5. When I go through my shots I consider the dancers’ expressions. Some are smiling and laughing; some are frowning with concentration; still others are deadpan. These are action portraits, so make your choices accordingly.

6. I edit my images in Lightroom and concentrate on getting the dancers’ facial features sharp and well-exposed. Often, some of the dancers’ regalia will not be in sharp focus because of the swirling costume elements. However, that can convey the motion of the dancers’ body. In addition to regular sharpening, after adjusting exposure and cropping, I bump up the Vibrance and Clarity settings to enhance the bright colors of the regalia. I finish by sharpening and adding just a bit of dark vignetting, just enough to darken the corners slightly while not being noticeable.

7. Powwow etiquette is important:

•  Powwows begin with a grand entry, which includes the presentation of flags and the introduction of elders and special guests and an invocation. Photographers may be asked to refrain from taking pictures during certain times, such as prayers. Remove any headwear when asked and please respect the MC’s requests.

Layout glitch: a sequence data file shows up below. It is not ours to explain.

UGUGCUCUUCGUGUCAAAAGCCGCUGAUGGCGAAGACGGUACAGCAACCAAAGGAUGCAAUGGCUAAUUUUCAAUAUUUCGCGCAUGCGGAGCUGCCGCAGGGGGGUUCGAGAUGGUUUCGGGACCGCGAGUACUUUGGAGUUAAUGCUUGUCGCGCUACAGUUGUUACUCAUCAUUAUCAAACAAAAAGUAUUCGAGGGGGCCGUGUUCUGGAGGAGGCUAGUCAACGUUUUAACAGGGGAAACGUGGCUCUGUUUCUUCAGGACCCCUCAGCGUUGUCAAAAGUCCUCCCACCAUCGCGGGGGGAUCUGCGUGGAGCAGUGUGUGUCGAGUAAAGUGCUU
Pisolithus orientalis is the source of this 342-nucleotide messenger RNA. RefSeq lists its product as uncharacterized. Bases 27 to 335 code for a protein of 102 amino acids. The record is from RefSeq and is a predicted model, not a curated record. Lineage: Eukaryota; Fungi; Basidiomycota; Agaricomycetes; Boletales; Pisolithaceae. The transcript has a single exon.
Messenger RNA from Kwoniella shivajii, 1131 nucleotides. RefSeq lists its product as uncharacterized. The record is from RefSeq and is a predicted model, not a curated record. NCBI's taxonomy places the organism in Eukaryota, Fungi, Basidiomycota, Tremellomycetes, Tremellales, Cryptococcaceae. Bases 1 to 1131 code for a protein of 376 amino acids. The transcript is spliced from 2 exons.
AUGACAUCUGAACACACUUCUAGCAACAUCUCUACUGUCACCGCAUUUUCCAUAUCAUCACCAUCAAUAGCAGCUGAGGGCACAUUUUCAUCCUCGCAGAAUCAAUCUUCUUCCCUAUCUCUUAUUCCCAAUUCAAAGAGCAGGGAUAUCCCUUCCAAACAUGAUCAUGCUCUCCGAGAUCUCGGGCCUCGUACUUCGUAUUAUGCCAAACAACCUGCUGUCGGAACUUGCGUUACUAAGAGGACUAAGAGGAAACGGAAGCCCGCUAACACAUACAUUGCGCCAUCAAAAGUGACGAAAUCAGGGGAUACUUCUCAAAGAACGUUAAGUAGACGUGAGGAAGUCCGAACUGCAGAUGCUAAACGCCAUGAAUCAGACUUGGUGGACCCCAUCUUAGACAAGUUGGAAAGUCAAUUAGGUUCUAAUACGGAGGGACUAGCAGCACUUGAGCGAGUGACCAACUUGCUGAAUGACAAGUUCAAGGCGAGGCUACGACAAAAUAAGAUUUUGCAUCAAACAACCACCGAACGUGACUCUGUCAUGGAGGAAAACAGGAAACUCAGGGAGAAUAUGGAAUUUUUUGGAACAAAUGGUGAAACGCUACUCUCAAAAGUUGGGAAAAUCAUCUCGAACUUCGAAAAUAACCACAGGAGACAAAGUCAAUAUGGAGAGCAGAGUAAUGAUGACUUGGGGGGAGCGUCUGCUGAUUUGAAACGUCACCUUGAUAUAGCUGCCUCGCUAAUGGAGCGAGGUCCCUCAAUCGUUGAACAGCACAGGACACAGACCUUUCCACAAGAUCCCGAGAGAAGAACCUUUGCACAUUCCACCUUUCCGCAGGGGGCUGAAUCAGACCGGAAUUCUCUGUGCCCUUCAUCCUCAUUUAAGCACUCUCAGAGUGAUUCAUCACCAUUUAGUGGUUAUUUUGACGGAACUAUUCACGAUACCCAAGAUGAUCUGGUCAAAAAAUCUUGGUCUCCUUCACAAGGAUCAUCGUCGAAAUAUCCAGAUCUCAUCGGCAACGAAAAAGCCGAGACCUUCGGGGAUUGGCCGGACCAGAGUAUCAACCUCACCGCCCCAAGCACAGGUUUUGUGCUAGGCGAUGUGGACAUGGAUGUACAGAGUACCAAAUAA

• Do not enter the dance circle unless the MC invites visitors to dance.  Do not enter the circle before or after the powwow.
• Respect the dancers by not touching their regalia or getting into their personal space to take photos outside the circle.
• A powwow is a celebration, not a spectacle or a circus. Show respect for Native American traditions and the dancers. Polite applause is always appreciated and you’ll know when it’s appropriate.
• Keep in mind that some of the dances may be a competition. I once watched two young girls dance in a winner-take-all competition. The girl who won ran to and shook the hand of the girl who she bested. It was a touching moment.
• If you’re attentive, you’ll notice different dancing styles. Dancing is a skill and dancers often attend classes to learn the various dances. The dances may look easy, but only because the dancers are experienced. For example, stopping at the exact moment the drumming ends requires concentration and experience.
• Sometimes a blanket will be placed on the ground for donations to the dancers (most often young dancers). Please be generous and give a few dollars to support the dancers and their art.

Author: Mario Dennis

I am a long-time photo hobbyist, and picked up my first camera (my mother's box camera) when I was in elementary school. I enjoy photographing landscapes, especially in California and the Southwest, including the Four Corners region of Arizona, Utah, New Mexico and Colorado. I also enjoy photographing historical reenactments, powwows, and local events. My favorite events are powwows, which are held throughout the warmer months in Virginia and the surrounding area. I am an organizer with the Richmond Photography Meetup Group. Please join us if you live in Central Virginia. I am also a moderator for the Lightroom Help Group on Facebook, and if you're a Lightroom user and Facebook member, you should check us out. All images © 2008-2017 Mario Dennis